Reporting Illness and Screening Test Results in Nonhuman Primates Imported under 42 CFR § 71.53

Date: January 20, 2023


CDC policy statement: Reporting illness and screening test results in nonhuman primates imported under 42 CFR § 71.53

The Centers for Disease Control and Prevention’s (CDC) Division of Global Migration Health (DGMH), among other activities, administers regulations governing the importation of nonhuman primates (NHPs) into the United States.


Under the authority of section 361 of the Public Health Service Act (42 U.S.C. § 264), the Secretary of Health and Human Services is authorized to make and enforce regulations to prevent the introduction, transmission, or spread of communicable diseases from foreign countries into the United States and from one U.S. state or territory into any other U.S. state or territory. Federal quarantine regulations (42 CFR § 71.53) restrict the importation of NHPs into the United States. Under these regulations, importers of NHPs must register with CDC, implement infection control measures, and report specific health events to CDC during quarantine. They may only import and distribute NHPs for bona fide scientific, educational, or exhibition purposes, as defined in the regulations.

Policy statement

This policy statement provides clarification of the regulatory requirements for reporting nonhuman primate (NHP) illness and elective screening test results during the CDC-mandated quarantine period.  Under 42 CFR § 71.53, importers of NHPs must monitor NHPs for signs of zoonotic illness, ensure appropriate testing and treatment, and report specific health events to CDC during quarantine.

NHP Illness

Any zoonotic illness of potential public health importance in a NHP must be reported to CDC within 24 hours. When illness occurs during the CDC-mandated quarantine period, the entire shipment will not be released from quarantine until diseases of potential public health importance have been ruled out and an entry to that effect is made in the record. Importers must not knowingly request a quarantine release from CDC of any ill NHP.

Reportable signs of zoonotic illness in NHPs during quarantine include, but are not limited to:

  • Diarrhea (with or without the presence of blood) suspected or confirmed to be due to infectious/zoonotic etiology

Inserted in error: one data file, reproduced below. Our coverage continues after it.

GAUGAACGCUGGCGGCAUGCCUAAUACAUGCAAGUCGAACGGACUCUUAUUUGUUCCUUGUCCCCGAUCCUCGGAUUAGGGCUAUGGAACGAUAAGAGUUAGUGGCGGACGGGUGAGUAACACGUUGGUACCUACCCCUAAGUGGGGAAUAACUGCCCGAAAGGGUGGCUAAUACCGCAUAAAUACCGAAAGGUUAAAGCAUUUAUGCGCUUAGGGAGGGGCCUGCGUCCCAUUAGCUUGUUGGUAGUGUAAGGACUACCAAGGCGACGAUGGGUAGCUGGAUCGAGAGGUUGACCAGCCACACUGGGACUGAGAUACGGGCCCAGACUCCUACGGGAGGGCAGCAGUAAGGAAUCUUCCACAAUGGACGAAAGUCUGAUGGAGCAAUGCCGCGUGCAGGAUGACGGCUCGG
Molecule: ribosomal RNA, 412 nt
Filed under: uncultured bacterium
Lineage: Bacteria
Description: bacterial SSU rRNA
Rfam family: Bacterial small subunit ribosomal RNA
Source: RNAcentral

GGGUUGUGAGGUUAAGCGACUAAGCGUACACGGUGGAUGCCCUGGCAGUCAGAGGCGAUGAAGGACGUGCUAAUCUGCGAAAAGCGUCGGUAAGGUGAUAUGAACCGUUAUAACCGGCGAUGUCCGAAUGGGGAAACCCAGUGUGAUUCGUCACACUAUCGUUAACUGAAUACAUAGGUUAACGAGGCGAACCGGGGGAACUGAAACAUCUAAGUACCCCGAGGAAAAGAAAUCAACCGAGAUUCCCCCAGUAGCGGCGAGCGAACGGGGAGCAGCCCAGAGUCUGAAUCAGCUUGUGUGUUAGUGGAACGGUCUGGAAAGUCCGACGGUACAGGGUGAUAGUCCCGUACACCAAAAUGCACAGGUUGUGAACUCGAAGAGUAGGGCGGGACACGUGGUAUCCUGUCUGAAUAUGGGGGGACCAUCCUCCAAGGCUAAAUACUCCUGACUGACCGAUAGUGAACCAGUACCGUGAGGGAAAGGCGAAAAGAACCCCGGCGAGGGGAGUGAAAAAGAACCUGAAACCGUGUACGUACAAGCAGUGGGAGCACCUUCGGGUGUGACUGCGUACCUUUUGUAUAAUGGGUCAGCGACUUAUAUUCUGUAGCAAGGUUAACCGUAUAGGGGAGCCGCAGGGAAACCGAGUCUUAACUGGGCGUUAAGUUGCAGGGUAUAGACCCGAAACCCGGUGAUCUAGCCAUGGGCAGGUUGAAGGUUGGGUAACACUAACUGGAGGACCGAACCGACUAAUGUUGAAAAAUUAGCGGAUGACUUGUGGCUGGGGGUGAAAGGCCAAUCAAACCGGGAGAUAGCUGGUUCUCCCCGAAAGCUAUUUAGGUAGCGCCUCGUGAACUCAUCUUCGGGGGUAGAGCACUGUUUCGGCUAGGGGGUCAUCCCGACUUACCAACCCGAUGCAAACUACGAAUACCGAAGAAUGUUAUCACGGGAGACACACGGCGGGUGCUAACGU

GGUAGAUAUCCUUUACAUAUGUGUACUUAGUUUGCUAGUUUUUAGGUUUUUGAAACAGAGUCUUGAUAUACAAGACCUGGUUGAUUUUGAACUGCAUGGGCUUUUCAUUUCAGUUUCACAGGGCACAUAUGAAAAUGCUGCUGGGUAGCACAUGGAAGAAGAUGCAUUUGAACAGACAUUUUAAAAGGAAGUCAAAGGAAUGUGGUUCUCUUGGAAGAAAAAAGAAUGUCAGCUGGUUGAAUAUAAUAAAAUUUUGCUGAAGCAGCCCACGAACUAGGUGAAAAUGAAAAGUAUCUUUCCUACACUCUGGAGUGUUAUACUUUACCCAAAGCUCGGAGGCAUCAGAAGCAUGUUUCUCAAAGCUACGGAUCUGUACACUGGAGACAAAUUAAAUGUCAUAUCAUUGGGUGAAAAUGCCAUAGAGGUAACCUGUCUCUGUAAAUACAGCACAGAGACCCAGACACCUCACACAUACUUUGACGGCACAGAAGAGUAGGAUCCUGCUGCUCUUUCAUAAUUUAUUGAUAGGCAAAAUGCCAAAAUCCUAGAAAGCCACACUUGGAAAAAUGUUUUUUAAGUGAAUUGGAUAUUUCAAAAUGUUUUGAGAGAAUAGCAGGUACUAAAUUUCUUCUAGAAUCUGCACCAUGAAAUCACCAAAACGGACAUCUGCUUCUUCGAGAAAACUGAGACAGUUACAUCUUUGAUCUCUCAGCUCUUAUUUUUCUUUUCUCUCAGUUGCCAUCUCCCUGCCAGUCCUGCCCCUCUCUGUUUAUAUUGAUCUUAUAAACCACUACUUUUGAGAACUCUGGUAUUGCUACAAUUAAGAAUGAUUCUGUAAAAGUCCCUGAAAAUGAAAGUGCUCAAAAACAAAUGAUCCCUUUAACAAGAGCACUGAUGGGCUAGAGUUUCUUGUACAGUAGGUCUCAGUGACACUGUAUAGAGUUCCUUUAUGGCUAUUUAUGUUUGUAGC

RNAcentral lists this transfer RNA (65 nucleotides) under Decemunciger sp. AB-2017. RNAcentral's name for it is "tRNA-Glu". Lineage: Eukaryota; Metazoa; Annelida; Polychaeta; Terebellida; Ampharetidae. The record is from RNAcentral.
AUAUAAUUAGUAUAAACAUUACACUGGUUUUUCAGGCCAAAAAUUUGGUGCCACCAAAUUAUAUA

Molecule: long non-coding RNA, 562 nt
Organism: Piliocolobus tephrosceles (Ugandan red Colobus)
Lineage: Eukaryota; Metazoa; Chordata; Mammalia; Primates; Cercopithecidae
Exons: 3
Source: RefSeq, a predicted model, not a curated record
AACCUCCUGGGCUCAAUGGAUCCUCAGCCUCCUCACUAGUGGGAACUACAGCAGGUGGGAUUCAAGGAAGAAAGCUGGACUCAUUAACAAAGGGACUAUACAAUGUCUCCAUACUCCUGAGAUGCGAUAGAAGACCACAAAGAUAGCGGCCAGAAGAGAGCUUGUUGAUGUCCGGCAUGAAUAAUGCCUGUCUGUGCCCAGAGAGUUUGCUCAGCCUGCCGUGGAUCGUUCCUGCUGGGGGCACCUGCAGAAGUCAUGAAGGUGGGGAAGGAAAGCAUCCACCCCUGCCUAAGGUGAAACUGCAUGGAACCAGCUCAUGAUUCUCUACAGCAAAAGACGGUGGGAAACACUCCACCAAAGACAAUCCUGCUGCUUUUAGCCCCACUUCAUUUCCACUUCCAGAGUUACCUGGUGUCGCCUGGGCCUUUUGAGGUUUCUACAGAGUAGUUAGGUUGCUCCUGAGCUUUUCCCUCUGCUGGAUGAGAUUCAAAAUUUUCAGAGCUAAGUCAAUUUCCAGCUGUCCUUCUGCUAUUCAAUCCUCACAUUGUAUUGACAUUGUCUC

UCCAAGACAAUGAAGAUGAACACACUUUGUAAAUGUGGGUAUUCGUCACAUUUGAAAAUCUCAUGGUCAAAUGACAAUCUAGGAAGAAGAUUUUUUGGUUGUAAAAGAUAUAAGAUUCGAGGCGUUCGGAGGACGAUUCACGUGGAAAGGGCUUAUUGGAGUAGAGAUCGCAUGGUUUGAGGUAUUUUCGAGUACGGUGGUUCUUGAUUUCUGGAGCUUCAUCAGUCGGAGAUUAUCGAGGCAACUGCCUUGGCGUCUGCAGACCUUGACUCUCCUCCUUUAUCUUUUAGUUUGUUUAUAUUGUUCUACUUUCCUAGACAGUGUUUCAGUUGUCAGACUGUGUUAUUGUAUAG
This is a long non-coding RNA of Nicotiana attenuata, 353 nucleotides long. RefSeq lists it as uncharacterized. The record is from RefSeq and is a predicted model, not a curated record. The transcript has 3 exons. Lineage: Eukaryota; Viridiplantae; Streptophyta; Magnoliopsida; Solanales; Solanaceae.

• Coughing
  • Unexplained weight loss
  • Palpable abdominal mass
  • Abscessed tissue
  • Hemorrhage
  • Rash
  • Jaundice
  • Anemia
  • Splenomegaly
  • Fever

Screening Tests

Other than tuberculosis, CDC does not currently require screening tests to be performed in apparently healthy NHPs during the CDC-mandated quarantine period. If importers choose to screen apparently healthy animals for zoonotic infections in addition to tuberculosis during the quarantine period, positive results must be reported to CDC within 24 hours. This includes, but is not limited to:

  • Positive fecal/rectal bacterial cultures (e.g., Shigella, Salmonella, Yersinia, Campylobacter)
  • Positive Plasmodium screening tests (e.g., PCR, blood smears) [1]
  • Diagnostic evidence of zoonotic gastrointestinal parasites
  • Serological evidence of infection with zoonotic viruses (e.g., filoviruses, retroviruses, B virus)

When CDC receives notification of positive screening test results, additional measures to prevent the spread of zoonotic disease may be required before releasing a shipment from quarantine, including examination, additional diagnostic procedures, extended quarantine, and treatment.

CDC-registered NHP importers should provide notification of illness and positive screening tests in writing to CDC by emailing Please direct any questions regarding this policy statement to

[1] See Treatment of Plasmodium infection in nonhuman primates (NHPs) imported under 42 CFR § 71.53 for clarification on CDC requirements for asymptomatic NHPs having positive Plasmodium screening test during the CDC-mandated quarantine period.